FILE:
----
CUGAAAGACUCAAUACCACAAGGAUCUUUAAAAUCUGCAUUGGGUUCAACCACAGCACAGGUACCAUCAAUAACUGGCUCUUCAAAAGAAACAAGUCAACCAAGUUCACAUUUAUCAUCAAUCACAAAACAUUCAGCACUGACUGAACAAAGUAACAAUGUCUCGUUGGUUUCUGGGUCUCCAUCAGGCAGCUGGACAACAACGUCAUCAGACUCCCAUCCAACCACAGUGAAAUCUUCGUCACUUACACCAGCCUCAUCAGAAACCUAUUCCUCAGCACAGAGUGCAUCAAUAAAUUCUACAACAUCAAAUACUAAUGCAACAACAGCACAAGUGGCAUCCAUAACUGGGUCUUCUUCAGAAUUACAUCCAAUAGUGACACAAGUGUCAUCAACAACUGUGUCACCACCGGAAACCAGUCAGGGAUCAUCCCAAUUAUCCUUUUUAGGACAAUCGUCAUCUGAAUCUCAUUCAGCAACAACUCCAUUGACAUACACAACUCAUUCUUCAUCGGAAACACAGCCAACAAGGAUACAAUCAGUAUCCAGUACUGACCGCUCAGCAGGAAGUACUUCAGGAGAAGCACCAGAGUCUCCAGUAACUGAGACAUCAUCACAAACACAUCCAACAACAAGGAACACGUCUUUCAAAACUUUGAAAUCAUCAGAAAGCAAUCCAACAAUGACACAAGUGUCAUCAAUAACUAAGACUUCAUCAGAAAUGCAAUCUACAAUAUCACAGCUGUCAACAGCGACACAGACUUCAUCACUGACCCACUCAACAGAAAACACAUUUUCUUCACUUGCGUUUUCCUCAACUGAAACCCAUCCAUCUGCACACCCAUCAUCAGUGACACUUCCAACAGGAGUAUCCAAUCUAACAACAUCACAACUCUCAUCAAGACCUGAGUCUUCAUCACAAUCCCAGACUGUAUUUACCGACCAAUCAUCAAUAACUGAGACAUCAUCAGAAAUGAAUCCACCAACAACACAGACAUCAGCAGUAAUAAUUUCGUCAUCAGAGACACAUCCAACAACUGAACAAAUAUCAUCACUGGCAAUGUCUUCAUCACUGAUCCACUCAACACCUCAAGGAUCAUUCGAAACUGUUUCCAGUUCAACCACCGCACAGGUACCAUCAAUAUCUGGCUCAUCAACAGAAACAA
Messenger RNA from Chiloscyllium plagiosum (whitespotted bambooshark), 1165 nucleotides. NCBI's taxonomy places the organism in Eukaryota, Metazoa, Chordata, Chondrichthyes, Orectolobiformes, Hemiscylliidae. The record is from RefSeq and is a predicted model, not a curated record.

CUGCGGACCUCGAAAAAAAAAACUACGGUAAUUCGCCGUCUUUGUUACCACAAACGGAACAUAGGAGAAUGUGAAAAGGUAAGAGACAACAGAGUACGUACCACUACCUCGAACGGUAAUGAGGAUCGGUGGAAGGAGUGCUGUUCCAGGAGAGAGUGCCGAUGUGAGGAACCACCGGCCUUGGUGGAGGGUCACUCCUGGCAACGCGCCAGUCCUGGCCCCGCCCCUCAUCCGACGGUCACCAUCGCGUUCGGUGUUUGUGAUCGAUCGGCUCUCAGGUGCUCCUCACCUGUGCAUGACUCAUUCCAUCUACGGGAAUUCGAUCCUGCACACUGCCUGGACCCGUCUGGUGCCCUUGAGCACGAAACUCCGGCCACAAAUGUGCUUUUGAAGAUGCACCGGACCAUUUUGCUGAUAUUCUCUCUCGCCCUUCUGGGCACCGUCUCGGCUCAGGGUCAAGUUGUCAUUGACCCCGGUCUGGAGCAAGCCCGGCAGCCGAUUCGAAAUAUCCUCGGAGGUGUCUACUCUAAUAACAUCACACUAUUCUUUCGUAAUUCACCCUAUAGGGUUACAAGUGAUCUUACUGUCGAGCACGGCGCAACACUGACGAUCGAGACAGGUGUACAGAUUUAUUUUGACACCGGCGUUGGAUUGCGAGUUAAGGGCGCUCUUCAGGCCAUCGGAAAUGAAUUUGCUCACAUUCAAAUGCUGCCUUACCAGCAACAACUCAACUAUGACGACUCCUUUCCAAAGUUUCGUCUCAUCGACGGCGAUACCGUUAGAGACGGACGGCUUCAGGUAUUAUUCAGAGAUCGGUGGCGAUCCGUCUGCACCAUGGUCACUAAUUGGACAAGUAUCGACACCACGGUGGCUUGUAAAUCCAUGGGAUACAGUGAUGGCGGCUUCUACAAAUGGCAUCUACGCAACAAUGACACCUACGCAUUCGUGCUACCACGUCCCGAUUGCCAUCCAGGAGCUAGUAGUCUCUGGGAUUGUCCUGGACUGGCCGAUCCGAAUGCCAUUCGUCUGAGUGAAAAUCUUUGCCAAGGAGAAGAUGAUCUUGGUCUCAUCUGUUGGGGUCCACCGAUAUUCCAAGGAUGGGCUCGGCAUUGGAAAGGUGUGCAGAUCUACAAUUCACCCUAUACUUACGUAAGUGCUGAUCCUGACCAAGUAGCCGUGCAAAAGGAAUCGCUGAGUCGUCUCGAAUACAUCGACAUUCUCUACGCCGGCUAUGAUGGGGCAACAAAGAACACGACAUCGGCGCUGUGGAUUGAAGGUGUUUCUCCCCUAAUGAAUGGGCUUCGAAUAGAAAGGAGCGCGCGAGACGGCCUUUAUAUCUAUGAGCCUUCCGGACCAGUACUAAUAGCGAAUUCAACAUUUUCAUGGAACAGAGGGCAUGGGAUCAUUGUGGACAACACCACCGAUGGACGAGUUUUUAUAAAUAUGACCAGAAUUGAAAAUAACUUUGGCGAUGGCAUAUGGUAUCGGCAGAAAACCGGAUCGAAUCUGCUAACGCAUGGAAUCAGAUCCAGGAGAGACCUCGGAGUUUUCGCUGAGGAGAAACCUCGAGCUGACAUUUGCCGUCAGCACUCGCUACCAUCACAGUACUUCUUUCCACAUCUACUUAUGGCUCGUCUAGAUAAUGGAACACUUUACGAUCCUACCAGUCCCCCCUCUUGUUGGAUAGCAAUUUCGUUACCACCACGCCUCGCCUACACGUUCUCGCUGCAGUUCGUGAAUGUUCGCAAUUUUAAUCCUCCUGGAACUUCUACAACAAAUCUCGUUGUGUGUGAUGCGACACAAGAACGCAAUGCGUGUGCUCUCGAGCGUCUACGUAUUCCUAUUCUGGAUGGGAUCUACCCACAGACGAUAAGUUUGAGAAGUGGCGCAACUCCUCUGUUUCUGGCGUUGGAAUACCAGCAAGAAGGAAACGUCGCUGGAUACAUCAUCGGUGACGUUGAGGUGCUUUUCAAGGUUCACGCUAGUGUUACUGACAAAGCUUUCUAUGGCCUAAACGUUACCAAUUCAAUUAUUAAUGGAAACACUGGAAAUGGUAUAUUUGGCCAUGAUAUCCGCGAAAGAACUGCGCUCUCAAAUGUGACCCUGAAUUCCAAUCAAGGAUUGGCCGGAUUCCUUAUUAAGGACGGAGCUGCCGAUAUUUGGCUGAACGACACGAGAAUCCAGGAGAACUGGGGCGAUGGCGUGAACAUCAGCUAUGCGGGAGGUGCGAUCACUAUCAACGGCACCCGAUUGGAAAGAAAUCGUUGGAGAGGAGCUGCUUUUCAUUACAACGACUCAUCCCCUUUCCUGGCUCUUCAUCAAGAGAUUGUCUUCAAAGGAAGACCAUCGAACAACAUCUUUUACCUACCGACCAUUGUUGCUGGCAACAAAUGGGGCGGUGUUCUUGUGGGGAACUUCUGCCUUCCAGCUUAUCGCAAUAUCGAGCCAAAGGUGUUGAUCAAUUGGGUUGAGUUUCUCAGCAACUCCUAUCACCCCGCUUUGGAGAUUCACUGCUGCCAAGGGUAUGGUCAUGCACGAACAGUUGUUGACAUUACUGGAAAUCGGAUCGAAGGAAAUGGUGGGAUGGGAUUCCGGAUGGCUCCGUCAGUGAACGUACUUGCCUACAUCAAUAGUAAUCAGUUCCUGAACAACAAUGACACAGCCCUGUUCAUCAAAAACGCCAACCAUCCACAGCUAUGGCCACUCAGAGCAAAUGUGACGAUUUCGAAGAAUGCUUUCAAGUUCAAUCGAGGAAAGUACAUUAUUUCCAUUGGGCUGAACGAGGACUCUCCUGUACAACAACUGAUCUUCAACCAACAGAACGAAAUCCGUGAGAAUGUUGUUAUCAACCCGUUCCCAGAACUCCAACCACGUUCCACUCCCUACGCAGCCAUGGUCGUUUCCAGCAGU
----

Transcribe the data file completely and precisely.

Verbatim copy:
CUGAAAGACUCAAUACCACAAGGAUCUUUAAAAUCUGCAUUGGGUUCAACCACAGCACAGGUACCAUCAAUAACUGGCUCUUCAAAAGAAACAAGUCAACCAAGUUCACAUUUAUCAUCAAUCACAAAACAUUCAGCACUGACUGAACAAAGUAACAAUGUCUCGUUGGUUUCUGGGUCUCCAUCAGGCAGCUGGACAACAACGUCAUCAGACUCCCAUCCAACCACAGUGAAAUCUUCGUCACUUACACCAGCCUCAUCAGAAACCUAUUCCUCAGCACAGAGUGCAUCAAUAAAUUCUACAACAUCAAAUACUAAUGCAACAACAGCACAAGUGGCAUCCAUAACUGGGUCUUCUUCAGAAUUACAUCCAAUAGUGACACAAGUGUCAUCAACAACUGUGUCACCACCGGAAACCAGUCAGGGAUCAUCCCAAUUAUCCUUUUUAGGACAAUCGUCAUCUGAAUCUCAUUCAGCAACAACUCCAUUGACAUACACAACUCAUUCUUCAUCGGAAACACAGCCAACAAGGAUACAAUCAGUAUCCAGUACUGACCGCUCAGCAGGAAGUACUUCAGGAGAAGCACCAGAGUCUCCAGUAACUGAGACAUCAUCACAAACACAUCCAACAACAAGGAACACGUCUUUCAAAACUUUGAAAUCAUCAGAAAGCAAUCCAACAAUGACACAAGUGUCAUCAAUAACUAAGACUUCAUCAGAAAUGCAAUCUACAAUAUCACAGCUGUCAACAGCGACACAGACUUCAUCACUGACCCACUCAACAGAAAACACAUUUUCUUCACUUGCGUUUUCCUCAACUGAAACCCAUCCAUCUGCACACCCAUCAUCAGUGACACUUCCAACAGGAGUAUCCAAUCUAACAACAUCACAACUCUCAUCAAGACCUGAGUCUUCAUCACAAUCCCAGACUGUAUUUACCGACCAAUCAUCAAUAACUGAGACAUCAUCAGAAAUGAAUCCACCAACAACACAGACAUCAGCAGUAAUAAUUUCGUCAUCAGAGACACAUCCAACAACUGAACAAAUAUCAUCACUGGCAAUGUCUUCAUCACUGAUCCACUCAACACCUCAAGGAUCAUUCGAAACUGUUUCCAGUUCAACCACCGCACAGGUACCAUCAAUAUCUGGCUCAUCAACAGAAACAA
Messenger RNA from Chiloscyllium plagiosum (whitespotted bambooshark), 1165 nucleotides. NCBI's taxonomy places the organism in Eukaryota, Metazoa, Chordata, Chondrichthyes, Orectolobiformes, Hemiscylliidae. The record is from RefSeq and is a predicted model, not a curated record.

CUGCGGACCUCGAAAAAAAAAACUACGGUAAUUCGCCGUCUUUGUUACCACAAACGGAACAUAGGAGAAUGUGAAAAGGUAAGAGACAACAGAGUACGUACCACUACCUCGAACGGUAAUGAGGAUCGGUGGAAGGAGUGCUGUUCCAGGAGAGAGUGCCGAUGUGAGGAACCACCGGCCUUGGUGGAGGGUCACUCCUGGCAACGCGCCAGUCCUGGCCCCGCCCCUCAUCCGACGGUCACCAUCGCGUUCGGUGUUUGUGAUCGAUCGGCUCUCAGGUGCUCCUCACCUGUGCAUGACUCAUUCCAUCUACGGGAAUUCGAUCCUGCACACUGCCUGGACCCGUCUGGUGCCCUUGAGCACGAAACUCCGGCCACAAAUGUGCUUUUGAAGAUGCACCGGACCAUUUUGCUGAUAUUCUCUCUCGCCCUUCUGGGCACCGUCUCGGCUCAGGGUCAAGUUGUCAUUGACCCCGGUCUGGAGCAAGCCCGGCAGCCGAUUCGAAAUAUCCUCGGAGGUGUCUACUCUAAUAACAUCACACUAUUCUUUCGUAAUUCACCCUAUAGGGUUACAAGUGAUCUUACUGUCGAGCACGGCGCAACACUGACGAUCGAGACAGGUGUACAGAUUUAUUUUGACACCGGCGUUGGAUUGCGAGUUAAGGGCGCUCUUCAGGCCAUCGGAAAUGAAUUUGCUCACAUUCAAAUGCUGCCUUACCAGCAACAACUCAACUAUGACGACUCCUUUCCAAAGUUUCGUCUCAUCGACGGCGAUACCGUUAGAGACGGACGGCUUCAGGUAUUAUUCAGAGAUCGGUGGCGAUCCGUCUGCACCAUGGUCACUAAUUGGACAAGUAUCGACACCACGGUGGCUUGUAAAUCCAUGGGAUACAGUGAUGGCGGCUUCUACAAAUGGCAUCUACGCAACAAUGACACCUACGCAUUCGUGCUACCACGUCCCGAUUGCCAUCCAGGAGCUAGUAGUCUCUGGGAUUGUCCUGGACUGGCCGAUCCGAAUGCCAUUCGUCUGAGUGAAAAUCUUUGCCAAGGAGAAGAUGAUCUUGGUCUCAUCUGUUGGGGUCCACCGAUAUUCCAAGGAUGGGCUCGGCAUUGGAAAGGUGUGCAGAUCUACAAUUCACCCUAUACUUACGUAAGUGCUGAUCCUGACCAAGUAGCCGUGCAAAAGGAAUCGCUGAGUCGUCUCGAAUACAUCGACAUUCUCUACGCCGGCUAUGAUGGGGCAACAAAGAACACGACAUCGGCGCUGUGGAUUGAAGGUGUUUCUCCCCUAAUGAAUGGGCUUCGAAUAGAAAGGAGCGCGCGAGACGGCCUUUAUAUCUAUGAGCCUUCCGGACCAGUACUAAUAGCGAAUUCAACAUUUUCAUGGAACAGAGGGCAUGGGAUCAUUGUGGACAACACCACCGAUGGACGAGUUUUUAUAAAUAUGACCAGAAUUGAAAAUAACUUUGGCGAUGGCAUAUGGUAUCGGCAGAAAACCGGAUCGAAUCUGCUAACGCAUGGAAUCAGAUCCAGGAGAGACCUCGGAGUUUUCGCUGAGGAGAAACCUCGAGCUGACAUUUGCCGUCAGCACUCGCUACCAUCACAGUACUUCUUUCCACAUCUACUUAUGGCUCGUCUAGAUAAUGGAACACUUUACGAUCCUACCAGUCCCCCCUCUUGUUGGAUAGCAAUUUCGUUACCACCACGCCUCGCCUACACGUUCUCGCUGCAGUUCGUGAAUGUUCGCAAUUUUAAUCCUCCUGGAACUUCUACAACAAAUCUCGUUGUGUGUGAUGCGACACAAGAACGCAAUGCGUGUGCUCUCGAGCGUCUACGUAUUCCUAUUCUGGAUGGGAUCUACCCACAGACGAUAAGUUUGAGAAGUGGCGCAACUCCUCUGUUUCUGGCGUUGGAAUACCAGCAAGAAGGAAACGUCGCUGGAUACAUCAUCGGUGACGUUGAGGUGCUUUUCAAGGUUCACGCUAGUGUUACUGACAAAGCUUUCUAUGGCCUAAACGUUACCAAUUCAAUUAUUAAUGGAAACACUGGAAAUGGUAUAUUUGGCCAUGAUAUCCGCGAAAGAACUGCGCUCUCAAAUGUGACCCUGAAUUCCAAUCAAGGAUUGGCCGGAUUCCUUAUUAAGGACGGAGCUGCCGAUAUUUGGCUGAACGACACGAGAAUCCAGGAGAACUGGGGCGAUGGCGUGAACAUCAGCUAUGCGGGAGGUGCGAUCACUAUCAACGGCACCCGAUUGGAAAGAAAUCGUUGGAGAGGAGCUGCUUUUCAUUACAACGACUCAUCCCCUUUCCUGGCUCUUCAUCAAGAGAUUGUCUUCAAAGGAAGACCAUCGAACAACAUCUUUUACCUACCGACCAUUGUUGCUGGCAACAAAUGGGGCGGUGUUCUUGUGGGGAACUUCUGCCUUCCAGCUUAUCGCAAUAUCGAGCCAAAGGUGUUGAUCAAUUGGGUUGAGUUUCUCAGCAACUCCUAUCACCCCGCUUUGGAGAUUCACUGCUGCCAAGGGUAUGGUCAUGCACGAACAGUUGUUGACAUUACUGGAAAUCGGAUCGAAGGAAAUGGUGGGAUGGGAUUCCGGAUGGCUCCGUCAGUGAACGUACUUGCCUACAUCAAUAGUAAUCAGUUCCUGAACAACAAUGACACAGCCCUGUUCAUCAAAAACGCCAACCAUCCACAGCUAUGGCCACUCAGAGCAAAUGUGACGAUUUCGAAGAAUGCUUUCAAGUUCAAUCGAGGAAAGUACAUUAUUUCCAUUGGGCUGAACGAGGACUCUCCUGUACAACAACUGAUCUUCAACCAACAGAACGAAAUCCGUGAGAAUGUUGUUAUCAACCCGUUCCCAGAACUCCAACCACGUUCCACUCCCUACGCAGCCAUGGUCGUUUCCAGCAGU